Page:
The article was published in The Journal of Mental Health which can be accessed online here.
Health Risks of Treatment-Seeking Veterans in Different Areas of the UK
Little is known about whether the health needs of veterans differ depending on location in the UK. Researchers at Combat Stress asked 403 treatment-seeking veterans to fill in a questionnaire to assess demographics, mental health and physical health. Results indicated that veterans in Northern Ireland tended to be older and more likely to take a longer time to seek help. Scotland and Wales reported higher incidences of smoking and alcohol misuse, whereas mental health conditions did not differ depending on location. These results will help tailor services and resources to match the level of need for veterans in varying locations of the UK.
The article was published in the Journal of The Royal Army Medical Corps and can be accessed here.
Review of Tele-Therapy used to Treat PTSD in Veterans
Tele-therapy is the remote treatment of patients by means of telecommunication technology. Veterans may find that they face barriers when attempting to access treatment, thus tele-therapy provides one possible way to get around certain barriers, such as location and travel difficulties. This review aimed to establish the lessons learned so far from using tele-therapy for PTSD. A total of 41 articles were reviewed. Results revealed that in the majority of cases tele-therapy was an effective and appropriate method to help reduce PTSD symptoms, at a level that was comparable to in-person interventions. Challenges identified included a sense of discomfort for certain veterans using tele-therapy, technological difficulties and a lack of non-verbal communication between therapist and patient. However, overall tele-therapy proved to be a successful alternative for in-person PTSD treatment in veterans.
The article was published in the Journal of Telemedicine and Telecare and can be accessed here.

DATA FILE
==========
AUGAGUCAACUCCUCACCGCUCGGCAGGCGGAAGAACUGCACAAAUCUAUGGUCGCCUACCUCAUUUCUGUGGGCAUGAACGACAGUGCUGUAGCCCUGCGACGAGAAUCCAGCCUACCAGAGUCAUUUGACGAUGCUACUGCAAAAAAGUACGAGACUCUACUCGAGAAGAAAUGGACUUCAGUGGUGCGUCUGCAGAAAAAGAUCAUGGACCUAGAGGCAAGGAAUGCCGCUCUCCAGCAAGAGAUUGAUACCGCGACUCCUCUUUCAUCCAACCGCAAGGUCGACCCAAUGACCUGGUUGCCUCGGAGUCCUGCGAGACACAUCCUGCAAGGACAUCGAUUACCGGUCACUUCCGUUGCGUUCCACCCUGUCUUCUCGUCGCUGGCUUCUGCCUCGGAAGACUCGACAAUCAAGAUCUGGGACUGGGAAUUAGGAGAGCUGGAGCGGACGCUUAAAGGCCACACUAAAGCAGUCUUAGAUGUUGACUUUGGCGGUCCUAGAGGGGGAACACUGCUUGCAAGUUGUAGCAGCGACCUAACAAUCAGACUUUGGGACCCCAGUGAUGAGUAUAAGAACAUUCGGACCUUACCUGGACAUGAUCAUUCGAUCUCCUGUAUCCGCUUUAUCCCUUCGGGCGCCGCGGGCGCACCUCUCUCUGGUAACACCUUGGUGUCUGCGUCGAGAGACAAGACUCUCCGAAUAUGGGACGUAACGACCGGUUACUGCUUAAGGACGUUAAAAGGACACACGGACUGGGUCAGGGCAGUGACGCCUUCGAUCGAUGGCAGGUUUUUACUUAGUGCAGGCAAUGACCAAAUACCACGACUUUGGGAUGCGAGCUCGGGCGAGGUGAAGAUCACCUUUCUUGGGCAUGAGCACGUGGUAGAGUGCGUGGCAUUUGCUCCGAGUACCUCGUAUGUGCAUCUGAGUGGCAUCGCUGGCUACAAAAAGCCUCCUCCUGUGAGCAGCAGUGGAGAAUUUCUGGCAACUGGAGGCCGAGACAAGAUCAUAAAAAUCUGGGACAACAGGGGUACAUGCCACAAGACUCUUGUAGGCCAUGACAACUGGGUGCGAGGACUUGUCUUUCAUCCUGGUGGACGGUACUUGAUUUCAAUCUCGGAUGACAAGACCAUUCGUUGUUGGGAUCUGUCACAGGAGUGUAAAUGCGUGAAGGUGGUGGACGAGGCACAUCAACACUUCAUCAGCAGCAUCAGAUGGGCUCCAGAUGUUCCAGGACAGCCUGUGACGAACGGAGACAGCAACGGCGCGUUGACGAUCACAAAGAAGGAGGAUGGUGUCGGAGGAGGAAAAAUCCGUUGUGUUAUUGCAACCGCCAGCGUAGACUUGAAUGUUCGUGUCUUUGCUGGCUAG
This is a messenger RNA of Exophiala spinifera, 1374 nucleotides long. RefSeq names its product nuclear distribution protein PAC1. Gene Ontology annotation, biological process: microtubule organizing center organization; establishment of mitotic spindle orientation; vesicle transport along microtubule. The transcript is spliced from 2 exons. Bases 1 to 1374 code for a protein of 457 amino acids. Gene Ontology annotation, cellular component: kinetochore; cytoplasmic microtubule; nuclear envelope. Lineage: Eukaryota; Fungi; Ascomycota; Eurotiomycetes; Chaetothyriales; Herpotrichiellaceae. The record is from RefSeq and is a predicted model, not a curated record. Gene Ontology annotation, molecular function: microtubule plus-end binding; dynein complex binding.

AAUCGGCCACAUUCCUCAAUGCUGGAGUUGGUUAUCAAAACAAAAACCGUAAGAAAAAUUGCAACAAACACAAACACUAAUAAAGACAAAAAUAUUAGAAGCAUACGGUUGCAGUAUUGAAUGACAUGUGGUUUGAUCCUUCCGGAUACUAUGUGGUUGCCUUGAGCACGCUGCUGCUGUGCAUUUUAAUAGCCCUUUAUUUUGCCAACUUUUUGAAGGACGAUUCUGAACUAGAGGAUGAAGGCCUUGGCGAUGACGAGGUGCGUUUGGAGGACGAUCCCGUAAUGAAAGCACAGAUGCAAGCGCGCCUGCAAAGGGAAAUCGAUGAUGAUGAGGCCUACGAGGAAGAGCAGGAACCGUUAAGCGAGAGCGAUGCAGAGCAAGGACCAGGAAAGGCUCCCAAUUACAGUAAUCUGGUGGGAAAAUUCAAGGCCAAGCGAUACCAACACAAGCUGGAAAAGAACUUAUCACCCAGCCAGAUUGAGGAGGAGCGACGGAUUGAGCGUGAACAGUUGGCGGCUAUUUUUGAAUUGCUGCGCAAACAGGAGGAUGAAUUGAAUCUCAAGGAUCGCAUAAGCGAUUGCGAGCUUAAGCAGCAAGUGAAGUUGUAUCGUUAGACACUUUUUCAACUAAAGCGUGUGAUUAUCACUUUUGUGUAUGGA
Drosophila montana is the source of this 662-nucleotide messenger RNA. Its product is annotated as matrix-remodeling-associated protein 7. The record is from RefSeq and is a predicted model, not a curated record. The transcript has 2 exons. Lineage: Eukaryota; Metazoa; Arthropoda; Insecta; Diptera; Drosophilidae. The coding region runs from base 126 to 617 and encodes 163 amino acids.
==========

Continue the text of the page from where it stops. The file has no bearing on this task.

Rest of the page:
Additional research from Combat Stress can be found here.
16th – 22nd October
Assessing Attitudes towards Ex-Service Personnel in Northern Ireland
Forces in Mind Trust has awarded £31,500 to Ulster University to produce a report on the public attitudes towards ex-service personnel in Northern Ireland. Public attitudes towards serving and ex-serving personnel will be surveyed as part of the Northern Ireland Life and Times Survey. It will be important to gather this information as part of the ongoing attempt to provide support and wellbeing to military veterans.
More information can be found here.
ALS in the Military
Amyotrophic lateral sclerosis (ALS) rates are suggested to be higher in military veterans than the general public. However, amongst the sparse studies, little has been done to examine the association between ALS and possible exposure risks. This week researchers at the Department of Epidemiology, University of North Carolina, USA, published an article in PLOS ONE looking at associations between ALS survival and aspects of military service, deployment and related exposures. Results showed that out of the 616 medical records that were followed up until death, there were shorter survival rates amongst those who: 1) had served less than 1 year in the military; 2) had been deployed prior to July 1950 or had been in WWII and 3) had been exposed to mixed or applied burning agents. More research is needed to assess these potential risks in a greater detail and to try and promote factors that are possibly protective against ALS for serving personnel.